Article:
PayPal is the world’s largest online payment processor. Ownership by the eBay auction site means that PayPal is extremely liquid financially. The company charges fees as a payment processing go-between, and that is how they are profitable. With headquarters in Dublin, Ireland, Tel Aviv, Israel, Kleinmachnow in Germany, and Charlotte, North Carolina, Boston, Massachusetts, Scottsdale, Arizona, and Austin, Texas in the United States, the scope of this financial giant is global. PayPal even operates as a bank throughout the European Union. With 2012 revenue of $5.6 billion, the company boasts more than 150 million active, registered accounts in 203 markets. And now one of the most trusted online payment processors is about to enter the legal online gambling industry in the United States.
The ability to legally bet online in the United States depends on where you live, and what you would like to gamble on. Also, the fragmented industry depends on individual states and several pieces of legislation for governance. The young online gambling industry in the United States currently includes just New Jersey, Nevada and Delaware. Residents in those states must be located there to enjoy online gambling options. And one of the biggest hurdles which has been limiting growth thus far has been the lack of the presence of a dependable and publicly accepted payment processor for depositing and withdrawing money. PayPal is ready to provide such a presence.
PokerStars PayPal Partnership Already In Place
The company already provides legal Internet gambling processing services in several foreign jurisdictions. And when it comes to finances, brand recognition and acceptance is extremely important. For Nevada poker players or New Jersey virtual casino fans, services like Neteller and Skrill offer nowhere near the instant acceptability factor which PayPal does. Also, PayPal currently is used by PokerStars, which was recently acquired by global gaming giant Amaya. That company provides even more respectability and brand recognition, and coupled with PayPal could immediately and positively affect the legal online poker betting industry in the United States. PokerStars has been pushing to reenter the NJ online poker marketplace, and the situation looks favorable at the moment.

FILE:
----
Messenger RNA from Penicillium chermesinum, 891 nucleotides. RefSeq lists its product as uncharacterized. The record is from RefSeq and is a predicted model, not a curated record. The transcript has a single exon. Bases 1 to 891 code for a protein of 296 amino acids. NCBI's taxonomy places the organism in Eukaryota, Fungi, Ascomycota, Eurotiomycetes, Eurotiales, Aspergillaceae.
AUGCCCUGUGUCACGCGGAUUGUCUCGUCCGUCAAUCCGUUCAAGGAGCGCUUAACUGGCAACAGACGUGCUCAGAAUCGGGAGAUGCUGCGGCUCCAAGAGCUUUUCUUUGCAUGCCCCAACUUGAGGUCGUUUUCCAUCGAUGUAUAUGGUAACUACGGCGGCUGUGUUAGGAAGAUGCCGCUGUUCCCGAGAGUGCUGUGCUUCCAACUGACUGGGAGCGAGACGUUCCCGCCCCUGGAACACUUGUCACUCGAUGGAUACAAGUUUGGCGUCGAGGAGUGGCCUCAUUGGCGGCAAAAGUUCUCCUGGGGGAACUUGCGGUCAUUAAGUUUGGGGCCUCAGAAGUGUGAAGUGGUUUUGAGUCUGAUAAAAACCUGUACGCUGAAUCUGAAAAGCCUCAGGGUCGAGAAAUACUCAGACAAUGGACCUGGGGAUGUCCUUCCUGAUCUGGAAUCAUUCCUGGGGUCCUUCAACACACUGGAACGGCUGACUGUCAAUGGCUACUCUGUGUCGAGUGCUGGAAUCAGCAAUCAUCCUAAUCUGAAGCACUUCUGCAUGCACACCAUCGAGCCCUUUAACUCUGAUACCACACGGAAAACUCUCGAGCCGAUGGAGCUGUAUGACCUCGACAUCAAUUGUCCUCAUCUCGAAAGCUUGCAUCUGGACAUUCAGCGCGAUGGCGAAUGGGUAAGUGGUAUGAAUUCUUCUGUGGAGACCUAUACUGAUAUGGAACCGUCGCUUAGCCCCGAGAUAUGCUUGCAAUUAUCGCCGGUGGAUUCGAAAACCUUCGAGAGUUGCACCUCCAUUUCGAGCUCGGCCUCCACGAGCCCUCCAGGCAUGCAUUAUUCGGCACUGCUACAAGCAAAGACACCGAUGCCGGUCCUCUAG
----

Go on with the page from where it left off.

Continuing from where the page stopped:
New Jersey PayPal Poker Entrance Would Boost Entire United States Legal Online Betting Industry
NJ Poker Online is a poker industry analyst in the Garden State. Steve Ruddock is a contributing author for that site, and agrees thatPayPal acting as a banking option in New Jersey would quickly give legitimacy to the online gambling picture across the US. Millions of Americans use PayPal as a traditional banking alternative. The company issues physical credit and debit cards, as well as virtual accounts, so you can handle all of your banking online without ever having to deal with a physical check or brick-and-mortar bank. The only thing keeping PayPal out of the legal online betting industry in the US are federal and state banking and gaming regulators. But there are several reasons to believe that company looks more attractive as an online payment processor than “normal” banking institutions.
Supreme Court Has Never Given 1961 Wire Act Power Over Online Gaming
The Federal Wire Act of 1961 made it illegal for US-based companies to handle financial transactions which aid in the placement of an online wager. In 2011 the Department of Justice made it clear that this gambling law should not apply to “games of skill” such as fantasy sports and other wagers. And even though the Supreme Court has yet to rule on the actual meaning of the Wire Act as it relates to online gambling, banks and other financial institutions in the United States are reluctant to process online gambling deposits and withdrawals, even in states where online betting on poker and casino games has been legalized. But those timid companies were created as physical banks long before the Internet was a reality. PayPal’s entire existence is as a virtual payment processor. The company can show federal and state regulators years of experience in conducting billions of successful online transactions, and could be just the financial tool state and federal gaming regulators are looking for to help legitimize the industry.